King George Whiting, Chive Buds, Chestnut Mushroom

Preparation info

  • Difficulty


  • Serves


    : You will Need to Begin this Recipe 1 Day Ahead

Appears in


By Ben Shewry

Published 2012

  • About

One of my happiest memories as a child was eating Chinese takeaway food in Waitara with my youngest sister, Tamie, and our grandmother Elaine. Our family had been going to the same take-out shop for years and always ordered the same things — Westernised versions of egg foo yong, beef and black bean and some unidentified kind of fish (probably blue grenadier/hoki — now endangered) with vegetables in a thick cornflour and soy glaze. We relished the opportunity to have those comforting Anglo-Saxon influenced classics for dinner. Now Tamie and I have grown up but we still reminisce about those innocent times and the simple pleasure of sitting around a table with your family eating Chinese takeaway. It wasn’t until I started writing this book that I realised those meals had inspired dishes such as this one.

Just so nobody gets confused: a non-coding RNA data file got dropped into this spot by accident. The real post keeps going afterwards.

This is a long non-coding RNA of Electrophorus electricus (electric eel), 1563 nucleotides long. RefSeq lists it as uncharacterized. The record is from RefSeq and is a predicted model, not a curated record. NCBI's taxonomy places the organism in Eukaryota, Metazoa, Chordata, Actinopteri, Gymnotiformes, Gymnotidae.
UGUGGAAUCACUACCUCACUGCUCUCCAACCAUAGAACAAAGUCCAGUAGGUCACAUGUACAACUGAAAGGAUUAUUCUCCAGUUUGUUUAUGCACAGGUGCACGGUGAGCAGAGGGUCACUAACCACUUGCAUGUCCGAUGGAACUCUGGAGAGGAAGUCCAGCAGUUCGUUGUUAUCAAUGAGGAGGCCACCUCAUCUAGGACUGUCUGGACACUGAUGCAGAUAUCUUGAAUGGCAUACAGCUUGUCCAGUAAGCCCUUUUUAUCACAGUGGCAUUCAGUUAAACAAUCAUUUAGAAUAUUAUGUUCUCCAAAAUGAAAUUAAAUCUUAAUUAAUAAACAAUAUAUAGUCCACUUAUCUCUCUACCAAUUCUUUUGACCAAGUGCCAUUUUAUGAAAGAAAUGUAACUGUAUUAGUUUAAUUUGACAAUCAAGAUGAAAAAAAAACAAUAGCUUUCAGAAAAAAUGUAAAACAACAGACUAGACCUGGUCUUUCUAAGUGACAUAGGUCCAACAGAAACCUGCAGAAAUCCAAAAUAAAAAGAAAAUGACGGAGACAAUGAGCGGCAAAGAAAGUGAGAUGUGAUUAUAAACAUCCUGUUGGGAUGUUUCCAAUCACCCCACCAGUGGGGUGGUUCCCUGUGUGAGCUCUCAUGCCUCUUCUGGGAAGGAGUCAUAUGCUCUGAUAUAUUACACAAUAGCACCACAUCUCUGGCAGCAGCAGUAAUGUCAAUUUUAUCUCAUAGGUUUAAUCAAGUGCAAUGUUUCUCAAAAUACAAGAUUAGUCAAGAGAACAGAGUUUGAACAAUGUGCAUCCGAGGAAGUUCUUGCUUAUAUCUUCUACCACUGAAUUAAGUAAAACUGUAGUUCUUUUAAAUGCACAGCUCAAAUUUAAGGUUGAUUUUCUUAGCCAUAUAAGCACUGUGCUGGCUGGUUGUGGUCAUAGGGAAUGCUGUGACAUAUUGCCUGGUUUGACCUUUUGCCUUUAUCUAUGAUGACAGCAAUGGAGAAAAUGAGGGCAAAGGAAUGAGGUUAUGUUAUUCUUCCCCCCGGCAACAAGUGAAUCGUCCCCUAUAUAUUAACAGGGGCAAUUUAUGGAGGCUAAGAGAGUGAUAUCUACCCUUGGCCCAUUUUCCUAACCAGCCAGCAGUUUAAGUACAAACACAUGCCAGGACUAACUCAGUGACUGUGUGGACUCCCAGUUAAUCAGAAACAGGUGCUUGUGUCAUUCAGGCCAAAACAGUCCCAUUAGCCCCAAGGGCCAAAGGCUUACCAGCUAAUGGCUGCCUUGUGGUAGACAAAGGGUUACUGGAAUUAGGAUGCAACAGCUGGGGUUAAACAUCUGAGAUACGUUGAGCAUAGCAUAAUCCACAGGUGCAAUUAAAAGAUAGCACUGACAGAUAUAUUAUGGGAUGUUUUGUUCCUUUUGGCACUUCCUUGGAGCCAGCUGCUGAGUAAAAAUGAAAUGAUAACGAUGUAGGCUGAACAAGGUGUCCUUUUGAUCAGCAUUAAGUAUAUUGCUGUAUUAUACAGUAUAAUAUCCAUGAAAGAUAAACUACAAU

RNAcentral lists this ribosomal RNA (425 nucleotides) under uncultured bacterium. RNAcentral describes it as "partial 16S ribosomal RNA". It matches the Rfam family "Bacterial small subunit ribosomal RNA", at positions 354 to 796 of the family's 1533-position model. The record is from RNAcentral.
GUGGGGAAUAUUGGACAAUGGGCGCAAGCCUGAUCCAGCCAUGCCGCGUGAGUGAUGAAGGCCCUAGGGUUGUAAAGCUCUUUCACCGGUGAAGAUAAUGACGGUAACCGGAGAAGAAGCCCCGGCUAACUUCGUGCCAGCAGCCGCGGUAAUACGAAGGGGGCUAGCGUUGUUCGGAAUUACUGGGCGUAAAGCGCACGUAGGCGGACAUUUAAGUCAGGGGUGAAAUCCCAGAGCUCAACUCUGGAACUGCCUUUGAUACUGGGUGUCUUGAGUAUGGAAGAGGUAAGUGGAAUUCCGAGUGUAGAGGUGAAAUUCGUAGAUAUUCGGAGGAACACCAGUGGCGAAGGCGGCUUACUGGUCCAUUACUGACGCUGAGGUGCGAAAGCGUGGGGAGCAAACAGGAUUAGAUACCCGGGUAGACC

King George whiting is a beautiful little fish — its delicate, tender, sweet flesh suits the subtlety of this dish well. It is endemic to Australia and is locally caught from Corner Inlet and Port Phillip Bay in Victoria. They are a fast-growing species with a short life span, which means that currently they can withstand commercial and recreational fishing pressures. It is best to purchase fish that have been handline-caught rather than fish that have been caught by trawling methods resulting in unnecessary by-catch.

To Finish

  • ¼ bunch chives, thinly sliced
  • 6 red radishes, grated on a coarse-blade Microplane*
  • 52 purple chive flower buds
  • 80 wild cabbage flowers

Gently warm the chestnut mushroom stock, taking care not to let it boil. Add the chives and divide among the bowls. Place the grated radish in the centre of each bowl.

Remove the fish from the oven and lightly brush the top with the lemon–ginger. Dip the top of each piece into the crisp quinoa and place on top of the radish.

Scatter the chive buds and cabbage flowers on and around the fish.

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